A banker who peeped out of his immediate world

Published: 28th September 2012 09:13 AM  |   Last Updated: 28th September 2012 09:13 AM   |  A+A-


A banker decides to keep his mind and office doors wide open to let in all kinds of experiences, along with customers who swarm around him. He also looks at the world at large beyond the myopic surroundings of accounts and targeted business. That is what George Joseph did and the result is a book ‘Padikal Irangum Neram,’ (Climbing Down the Steps), an authentic and hilarious account punctuated with philosophic observations of many life situations and lucidly written in engaging Malayalam.

George Joseph, who retired as Assistant General Manager of Federal Bank, has no tall claims as a writer. “I’ve seen life around in my perspective, but through the experiences and views of others,” he says.

Thus, the 117-page book has drawn a huge canvas, which is thought-provoking and can provide a few lessons to even an ordinary reader to cope with the challenges and adversities in life, besides pointing out the need for austerity and values in life.

“When I was working in a bank branch near Neyyatinkara, an elephant emerged on the compound and the mahout entered my cabin, straightaway demanding a ` 5-6 lakh IRDP loan,”  George Joseph recalled.  “What for?” he asked in surprise.

 Instantly came the reply from the mahout: “I’m fed up with working for others. Why can’t I buy one elephant for myself?”

Through the amusing episode described in the book, the author stresses the transformation of the mindset of different sections of  society to a progressive mould.

While he was serving at Vizhinjam, one day in the morning, when he opened the doors of his rented house,  young George was amazed to see a huge fish dangled before him by a fisherman who had applied for a loan. The fisherman indeed thought that he could appease him with such a gift.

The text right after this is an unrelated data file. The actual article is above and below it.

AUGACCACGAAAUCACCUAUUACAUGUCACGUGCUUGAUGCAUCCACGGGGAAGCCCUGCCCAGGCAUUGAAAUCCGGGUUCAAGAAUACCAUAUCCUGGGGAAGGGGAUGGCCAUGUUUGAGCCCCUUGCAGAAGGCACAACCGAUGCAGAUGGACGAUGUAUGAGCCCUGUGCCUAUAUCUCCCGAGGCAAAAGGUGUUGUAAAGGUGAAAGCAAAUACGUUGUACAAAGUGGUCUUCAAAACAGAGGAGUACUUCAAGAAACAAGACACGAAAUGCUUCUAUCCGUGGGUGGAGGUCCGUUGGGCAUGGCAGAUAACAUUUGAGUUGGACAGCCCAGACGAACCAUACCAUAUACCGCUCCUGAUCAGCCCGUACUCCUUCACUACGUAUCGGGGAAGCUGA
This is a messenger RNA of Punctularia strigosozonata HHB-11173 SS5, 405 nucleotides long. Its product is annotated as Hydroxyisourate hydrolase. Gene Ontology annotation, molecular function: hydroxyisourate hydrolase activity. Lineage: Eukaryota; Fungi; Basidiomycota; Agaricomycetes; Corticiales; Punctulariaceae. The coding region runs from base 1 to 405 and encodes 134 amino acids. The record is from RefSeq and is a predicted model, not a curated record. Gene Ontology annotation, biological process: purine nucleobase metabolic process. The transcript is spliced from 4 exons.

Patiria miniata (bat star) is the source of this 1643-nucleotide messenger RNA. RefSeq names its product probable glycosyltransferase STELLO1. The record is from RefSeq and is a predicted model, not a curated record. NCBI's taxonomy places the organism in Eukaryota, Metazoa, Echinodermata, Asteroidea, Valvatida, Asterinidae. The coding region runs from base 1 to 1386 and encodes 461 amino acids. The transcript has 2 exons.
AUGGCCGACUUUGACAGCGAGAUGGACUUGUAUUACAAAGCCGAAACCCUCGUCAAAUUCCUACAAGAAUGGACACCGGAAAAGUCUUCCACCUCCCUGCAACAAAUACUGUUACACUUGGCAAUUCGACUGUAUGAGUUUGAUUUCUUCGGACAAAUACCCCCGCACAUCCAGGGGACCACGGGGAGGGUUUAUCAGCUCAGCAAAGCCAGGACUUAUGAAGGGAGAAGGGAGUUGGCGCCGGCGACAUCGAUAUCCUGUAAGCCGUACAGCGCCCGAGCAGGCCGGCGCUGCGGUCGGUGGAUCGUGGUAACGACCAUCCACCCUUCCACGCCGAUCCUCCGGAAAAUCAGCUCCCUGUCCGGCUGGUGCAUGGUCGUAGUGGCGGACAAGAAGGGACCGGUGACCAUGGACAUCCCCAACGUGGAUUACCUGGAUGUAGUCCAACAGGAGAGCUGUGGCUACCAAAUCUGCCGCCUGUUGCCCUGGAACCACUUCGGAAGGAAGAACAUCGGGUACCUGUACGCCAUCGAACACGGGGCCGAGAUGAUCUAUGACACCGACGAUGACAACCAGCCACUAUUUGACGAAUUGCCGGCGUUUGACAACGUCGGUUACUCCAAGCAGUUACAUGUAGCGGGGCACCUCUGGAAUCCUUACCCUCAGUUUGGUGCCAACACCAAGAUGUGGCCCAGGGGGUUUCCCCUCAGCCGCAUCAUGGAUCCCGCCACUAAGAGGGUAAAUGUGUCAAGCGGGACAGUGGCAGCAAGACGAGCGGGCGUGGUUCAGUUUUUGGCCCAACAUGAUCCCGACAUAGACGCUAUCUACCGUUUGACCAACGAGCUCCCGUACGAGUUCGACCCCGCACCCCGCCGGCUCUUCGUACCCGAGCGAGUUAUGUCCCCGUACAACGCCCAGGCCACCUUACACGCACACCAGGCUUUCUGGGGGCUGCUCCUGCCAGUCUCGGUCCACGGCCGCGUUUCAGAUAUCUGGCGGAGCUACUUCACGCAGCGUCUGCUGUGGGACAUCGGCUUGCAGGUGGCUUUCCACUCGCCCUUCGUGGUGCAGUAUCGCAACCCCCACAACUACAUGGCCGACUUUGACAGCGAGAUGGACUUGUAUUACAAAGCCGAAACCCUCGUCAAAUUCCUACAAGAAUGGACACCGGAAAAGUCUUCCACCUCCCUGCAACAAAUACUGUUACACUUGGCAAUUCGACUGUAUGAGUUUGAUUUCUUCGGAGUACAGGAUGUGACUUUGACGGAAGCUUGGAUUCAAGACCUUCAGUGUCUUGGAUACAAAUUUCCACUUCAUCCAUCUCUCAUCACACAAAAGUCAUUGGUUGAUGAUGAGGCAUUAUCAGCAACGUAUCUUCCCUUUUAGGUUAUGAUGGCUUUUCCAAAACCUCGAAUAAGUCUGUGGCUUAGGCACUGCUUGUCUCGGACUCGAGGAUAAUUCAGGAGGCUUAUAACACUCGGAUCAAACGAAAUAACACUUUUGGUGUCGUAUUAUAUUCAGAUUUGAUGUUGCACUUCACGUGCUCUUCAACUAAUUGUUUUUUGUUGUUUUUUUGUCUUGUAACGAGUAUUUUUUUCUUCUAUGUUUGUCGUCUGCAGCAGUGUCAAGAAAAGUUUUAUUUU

His observations while serving in New Delhi reach a different realm, like the possibility of hearing music emanating from the stomachs of moving cows which had chewed musical X’mas cards in bunch, often dumped by postmen on the wayside without delivering them to the addressee.

In another chapter, taking a critical look at  the opulent marriages that he witnessed, the author also gives a message that the rich should have a consideration for the poor. ‘’All in society should remember that they are dependent on each other,” George Joseph says.

The bitter experiences and the flip side of individuals, the snobbish streak of society at large, the exploitation of the meek in North India and his umbilical relationship with his  native village of Kumplampoika in eastern Pathanamthitta - all beckon the readers. That the author has treasured every experience -sweet and sour - in a continuous grooming process gives the book an earthy flavour.

  As a man of targets, George Joseph  completed the work in exactly one year, coinciding with his retirement from bank service on September 30, 2010. Along with his wife Elizabeth, he had co-authored a travelogue, ‘Veli Illatha Idangal,’ (Places Without Fence), on his one-month-long visit to the United States a few years ago.

Noted litterateur and Kerala Sahitya Akademi chairman Perumbadavam Sreedharan formally released the book at a function here on Thursday. Prof Lakshmi Kumari received the first copy. Dr V Prasannamani, former HOD of Malayalam, All Saints College, introduced the work. Dr D Benjamin, retired professor and head of the department of Malayalam, University of Kerala, presided over the function.

The title has been brought out by Prasakthi Book House.


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